... And Stay Down! (MySpace Embraces Takedown Tech)
The main problem with the automated copyright-enforcement technology discussed below is that it is unable to deal with contested copyright; once it makes an automated decision, there is no real dispute process, as the blocked material remains perpetually blocked. In short, leaving this sort of thing to a bot is both super-convenient and super-imprecise.
Faced with the looming threat of more legal action, MySpace announced Friday that it has begun implementing new technology to combat members' unauthorized use of copyrighted content.
Aptly titled "Take Down Stay Down," the new feature is a content protection measure based on Audible Magic technology. The company says this will ensure that video content that has been pulled from MySpace member profiles at the request of copyright holders cannot be re-posted.
"We have created this new feature to solve a problem that has long frustrated copyright holders and presented technical challenges to service providers," said Michael Angus, executive vice president and general counsel for Fox Interactive Media--the division of parent company News Corp. that includes MySpace--in a statement Friday.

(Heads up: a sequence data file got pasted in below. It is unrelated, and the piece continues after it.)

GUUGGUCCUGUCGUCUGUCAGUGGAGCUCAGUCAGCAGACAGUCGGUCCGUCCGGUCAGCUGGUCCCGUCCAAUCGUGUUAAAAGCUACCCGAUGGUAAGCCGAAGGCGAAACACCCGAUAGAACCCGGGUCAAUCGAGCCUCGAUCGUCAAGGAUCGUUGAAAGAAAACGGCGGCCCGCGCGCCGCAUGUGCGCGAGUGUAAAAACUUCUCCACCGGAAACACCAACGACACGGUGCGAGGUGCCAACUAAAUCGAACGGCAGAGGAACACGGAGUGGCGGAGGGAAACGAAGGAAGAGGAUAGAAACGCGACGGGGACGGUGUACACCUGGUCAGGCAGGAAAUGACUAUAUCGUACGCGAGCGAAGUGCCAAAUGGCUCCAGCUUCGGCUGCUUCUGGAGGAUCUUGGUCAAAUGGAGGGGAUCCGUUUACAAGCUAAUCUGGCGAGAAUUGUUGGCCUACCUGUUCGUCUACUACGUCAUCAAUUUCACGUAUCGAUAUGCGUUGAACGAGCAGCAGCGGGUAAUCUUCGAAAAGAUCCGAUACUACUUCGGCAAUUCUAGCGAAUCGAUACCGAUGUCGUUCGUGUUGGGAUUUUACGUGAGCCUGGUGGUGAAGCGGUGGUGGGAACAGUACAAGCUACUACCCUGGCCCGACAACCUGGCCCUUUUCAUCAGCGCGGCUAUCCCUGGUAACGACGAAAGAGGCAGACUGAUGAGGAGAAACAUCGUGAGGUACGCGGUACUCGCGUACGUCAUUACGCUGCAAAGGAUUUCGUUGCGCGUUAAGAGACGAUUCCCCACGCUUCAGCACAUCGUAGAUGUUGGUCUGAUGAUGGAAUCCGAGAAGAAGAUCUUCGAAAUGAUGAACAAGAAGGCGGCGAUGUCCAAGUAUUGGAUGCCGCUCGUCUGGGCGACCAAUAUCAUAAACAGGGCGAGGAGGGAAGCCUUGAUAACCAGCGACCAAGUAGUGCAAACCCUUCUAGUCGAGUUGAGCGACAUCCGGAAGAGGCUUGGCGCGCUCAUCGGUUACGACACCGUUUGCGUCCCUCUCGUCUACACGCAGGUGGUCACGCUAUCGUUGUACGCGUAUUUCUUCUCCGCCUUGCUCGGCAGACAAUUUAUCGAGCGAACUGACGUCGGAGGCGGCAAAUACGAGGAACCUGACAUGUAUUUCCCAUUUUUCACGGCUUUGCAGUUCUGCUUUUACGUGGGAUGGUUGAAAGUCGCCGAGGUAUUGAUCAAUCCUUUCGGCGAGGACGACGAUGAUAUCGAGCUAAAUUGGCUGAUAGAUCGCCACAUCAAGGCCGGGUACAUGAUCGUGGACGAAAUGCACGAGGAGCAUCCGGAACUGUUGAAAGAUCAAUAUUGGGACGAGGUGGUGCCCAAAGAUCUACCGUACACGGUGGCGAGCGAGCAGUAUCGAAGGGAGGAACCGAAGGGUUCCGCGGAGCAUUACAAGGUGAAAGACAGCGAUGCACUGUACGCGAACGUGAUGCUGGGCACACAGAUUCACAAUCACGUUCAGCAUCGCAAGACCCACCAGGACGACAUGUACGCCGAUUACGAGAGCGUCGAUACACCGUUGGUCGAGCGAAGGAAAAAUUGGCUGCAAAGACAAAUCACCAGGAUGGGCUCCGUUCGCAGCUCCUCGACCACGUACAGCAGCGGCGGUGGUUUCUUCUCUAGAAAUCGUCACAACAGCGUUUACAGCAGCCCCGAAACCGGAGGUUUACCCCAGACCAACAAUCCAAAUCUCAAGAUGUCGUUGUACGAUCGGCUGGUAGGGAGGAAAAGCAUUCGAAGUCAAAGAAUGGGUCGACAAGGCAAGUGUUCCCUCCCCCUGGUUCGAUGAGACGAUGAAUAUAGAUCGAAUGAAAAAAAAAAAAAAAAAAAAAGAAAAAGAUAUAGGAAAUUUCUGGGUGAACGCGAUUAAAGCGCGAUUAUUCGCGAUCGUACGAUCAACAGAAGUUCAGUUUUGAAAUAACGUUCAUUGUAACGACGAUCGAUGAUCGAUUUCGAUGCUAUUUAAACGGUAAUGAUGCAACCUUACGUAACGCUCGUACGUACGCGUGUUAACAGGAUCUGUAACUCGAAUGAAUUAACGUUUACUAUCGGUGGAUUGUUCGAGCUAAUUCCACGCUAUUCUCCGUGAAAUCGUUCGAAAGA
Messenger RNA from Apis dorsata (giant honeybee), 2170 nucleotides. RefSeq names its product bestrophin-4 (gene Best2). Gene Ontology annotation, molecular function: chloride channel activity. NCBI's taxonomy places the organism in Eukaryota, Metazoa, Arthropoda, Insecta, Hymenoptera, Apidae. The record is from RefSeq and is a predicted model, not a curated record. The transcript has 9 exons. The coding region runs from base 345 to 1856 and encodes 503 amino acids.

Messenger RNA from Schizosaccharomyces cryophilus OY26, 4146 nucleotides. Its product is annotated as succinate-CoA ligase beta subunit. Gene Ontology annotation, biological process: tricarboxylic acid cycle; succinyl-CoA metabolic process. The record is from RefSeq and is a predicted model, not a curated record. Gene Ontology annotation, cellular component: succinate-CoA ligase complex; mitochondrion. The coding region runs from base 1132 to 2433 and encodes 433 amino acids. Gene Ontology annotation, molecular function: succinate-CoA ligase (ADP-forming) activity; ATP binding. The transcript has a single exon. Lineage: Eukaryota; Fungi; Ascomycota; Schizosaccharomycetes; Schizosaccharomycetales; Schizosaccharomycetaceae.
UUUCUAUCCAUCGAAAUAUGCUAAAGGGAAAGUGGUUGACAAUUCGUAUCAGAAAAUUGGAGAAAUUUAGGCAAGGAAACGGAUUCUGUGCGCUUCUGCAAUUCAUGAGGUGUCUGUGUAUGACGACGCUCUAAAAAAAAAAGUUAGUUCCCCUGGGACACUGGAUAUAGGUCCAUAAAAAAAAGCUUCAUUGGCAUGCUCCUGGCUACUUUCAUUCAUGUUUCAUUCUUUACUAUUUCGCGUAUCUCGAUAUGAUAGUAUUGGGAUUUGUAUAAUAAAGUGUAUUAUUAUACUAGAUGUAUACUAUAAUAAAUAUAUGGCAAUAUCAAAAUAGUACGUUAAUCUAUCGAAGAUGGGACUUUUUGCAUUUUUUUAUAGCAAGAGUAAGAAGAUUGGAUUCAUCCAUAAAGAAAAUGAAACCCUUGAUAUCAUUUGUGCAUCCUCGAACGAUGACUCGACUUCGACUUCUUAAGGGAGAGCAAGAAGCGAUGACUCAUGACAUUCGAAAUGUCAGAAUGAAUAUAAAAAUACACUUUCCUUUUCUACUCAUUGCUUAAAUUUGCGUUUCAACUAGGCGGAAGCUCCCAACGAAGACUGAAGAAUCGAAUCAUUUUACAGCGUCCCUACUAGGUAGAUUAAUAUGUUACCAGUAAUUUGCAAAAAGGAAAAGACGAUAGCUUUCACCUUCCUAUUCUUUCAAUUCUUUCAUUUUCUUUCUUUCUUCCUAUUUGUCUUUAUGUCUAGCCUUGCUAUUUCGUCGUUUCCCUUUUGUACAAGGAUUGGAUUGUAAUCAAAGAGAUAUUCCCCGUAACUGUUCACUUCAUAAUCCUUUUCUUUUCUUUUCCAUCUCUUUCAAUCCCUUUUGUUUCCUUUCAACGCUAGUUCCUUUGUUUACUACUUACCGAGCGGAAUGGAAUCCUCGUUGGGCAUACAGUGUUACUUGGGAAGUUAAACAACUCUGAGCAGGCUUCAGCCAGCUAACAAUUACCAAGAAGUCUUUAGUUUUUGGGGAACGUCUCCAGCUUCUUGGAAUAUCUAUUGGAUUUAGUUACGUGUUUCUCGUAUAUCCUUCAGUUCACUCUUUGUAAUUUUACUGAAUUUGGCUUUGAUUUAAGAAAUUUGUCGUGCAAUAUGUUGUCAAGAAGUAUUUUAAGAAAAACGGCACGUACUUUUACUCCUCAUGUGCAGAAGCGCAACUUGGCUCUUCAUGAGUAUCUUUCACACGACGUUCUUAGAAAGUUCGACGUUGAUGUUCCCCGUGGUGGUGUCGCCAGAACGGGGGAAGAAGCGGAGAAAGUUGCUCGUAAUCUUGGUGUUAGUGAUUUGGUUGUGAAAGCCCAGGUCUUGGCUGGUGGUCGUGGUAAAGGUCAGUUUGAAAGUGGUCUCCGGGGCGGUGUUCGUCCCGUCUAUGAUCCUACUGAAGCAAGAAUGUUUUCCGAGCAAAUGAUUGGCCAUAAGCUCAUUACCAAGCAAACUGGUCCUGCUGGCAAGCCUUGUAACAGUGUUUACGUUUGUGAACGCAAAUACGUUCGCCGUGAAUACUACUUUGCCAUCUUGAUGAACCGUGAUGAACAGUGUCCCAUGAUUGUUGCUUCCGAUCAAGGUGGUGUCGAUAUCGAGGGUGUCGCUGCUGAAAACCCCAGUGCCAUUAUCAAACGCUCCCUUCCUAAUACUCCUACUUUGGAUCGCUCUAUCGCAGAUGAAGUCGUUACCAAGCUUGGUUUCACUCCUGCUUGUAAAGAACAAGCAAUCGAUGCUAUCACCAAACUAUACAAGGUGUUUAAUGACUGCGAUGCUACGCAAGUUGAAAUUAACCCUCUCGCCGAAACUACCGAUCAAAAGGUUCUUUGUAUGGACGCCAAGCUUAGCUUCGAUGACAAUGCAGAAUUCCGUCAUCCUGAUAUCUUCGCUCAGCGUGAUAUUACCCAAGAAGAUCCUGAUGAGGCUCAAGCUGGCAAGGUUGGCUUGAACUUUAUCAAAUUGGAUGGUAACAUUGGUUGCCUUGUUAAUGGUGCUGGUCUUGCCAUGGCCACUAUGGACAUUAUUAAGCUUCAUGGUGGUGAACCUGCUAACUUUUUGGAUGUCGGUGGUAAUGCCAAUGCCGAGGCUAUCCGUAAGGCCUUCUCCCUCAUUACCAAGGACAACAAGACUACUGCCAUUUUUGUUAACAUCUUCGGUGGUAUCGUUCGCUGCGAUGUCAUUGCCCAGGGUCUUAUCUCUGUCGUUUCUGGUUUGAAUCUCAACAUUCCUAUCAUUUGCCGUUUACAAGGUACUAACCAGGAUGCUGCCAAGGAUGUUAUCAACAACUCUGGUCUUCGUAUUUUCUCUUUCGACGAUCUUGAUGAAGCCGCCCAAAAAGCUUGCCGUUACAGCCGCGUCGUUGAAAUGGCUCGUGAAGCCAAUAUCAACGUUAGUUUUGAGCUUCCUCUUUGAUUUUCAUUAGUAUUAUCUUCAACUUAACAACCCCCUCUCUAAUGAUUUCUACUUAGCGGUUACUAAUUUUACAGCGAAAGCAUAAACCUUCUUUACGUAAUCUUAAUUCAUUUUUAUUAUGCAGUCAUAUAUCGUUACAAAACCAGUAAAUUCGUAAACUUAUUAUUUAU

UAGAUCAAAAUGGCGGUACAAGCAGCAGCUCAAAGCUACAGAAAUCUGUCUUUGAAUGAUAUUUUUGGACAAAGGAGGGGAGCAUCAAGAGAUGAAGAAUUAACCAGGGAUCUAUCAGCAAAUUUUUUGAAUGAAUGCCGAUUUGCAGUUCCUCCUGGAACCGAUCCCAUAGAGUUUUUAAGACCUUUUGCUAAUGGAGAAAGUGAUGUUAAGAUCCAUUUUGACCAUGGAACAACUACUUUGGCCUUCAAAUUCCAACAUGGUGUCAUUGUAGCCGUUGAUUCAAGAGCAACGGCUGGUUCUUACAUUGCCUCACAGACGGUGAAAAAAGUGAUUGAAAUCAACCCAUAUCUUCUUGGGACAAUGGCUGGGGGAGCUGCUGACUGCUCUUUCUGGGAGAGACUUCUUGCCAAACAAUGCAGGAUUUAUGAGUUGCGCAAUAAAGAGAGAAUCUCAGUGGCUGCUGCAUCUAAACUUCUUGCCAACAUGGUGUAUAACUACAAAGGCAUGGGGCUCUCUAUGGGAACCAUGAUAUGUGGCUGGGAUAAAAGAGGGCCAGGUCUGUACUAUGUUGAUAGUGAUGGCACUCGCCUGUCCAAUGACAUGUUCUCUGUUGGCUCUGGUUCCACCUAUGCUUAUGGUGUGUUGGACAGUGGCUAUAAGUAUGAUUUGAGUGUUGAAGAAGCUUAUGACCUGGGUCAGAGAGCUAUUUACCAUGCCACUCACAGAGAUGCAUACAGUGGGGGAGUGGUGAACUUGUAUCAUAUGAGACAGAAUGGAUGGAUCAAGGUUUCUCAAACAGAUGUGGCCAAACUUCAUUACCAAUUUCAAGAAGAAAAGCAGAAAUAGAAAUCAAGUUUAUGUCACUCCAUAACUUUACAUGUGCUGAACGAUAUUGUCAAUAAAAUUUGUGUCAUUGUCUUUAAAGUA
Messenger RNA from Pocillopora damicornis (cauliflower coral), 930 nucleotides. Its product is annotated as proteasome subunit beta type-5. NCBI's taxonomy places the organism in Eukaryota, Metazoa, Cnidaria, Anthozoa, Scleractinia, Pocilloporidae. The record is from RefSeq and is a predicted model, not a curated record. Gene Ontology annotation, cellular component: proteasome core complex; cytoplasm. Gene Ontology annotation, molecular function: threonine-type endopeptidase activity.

Copyright owners have access to Take Down Stay Down free of charge, according to a release from MySpace. If the social-networking service receives a takedown notice regarding a copyrighted clip hosted through its MySpace Videos hosting service, MySpace's new feature will take a "digital fingerprint" of the video and add it to a copyright filter that blocks the content from being uploaded again. "(It's) the ability to have a piece of content imprinted and put in a database so we can identify it," said Vance Ikezoye, CEO of Audible Magic.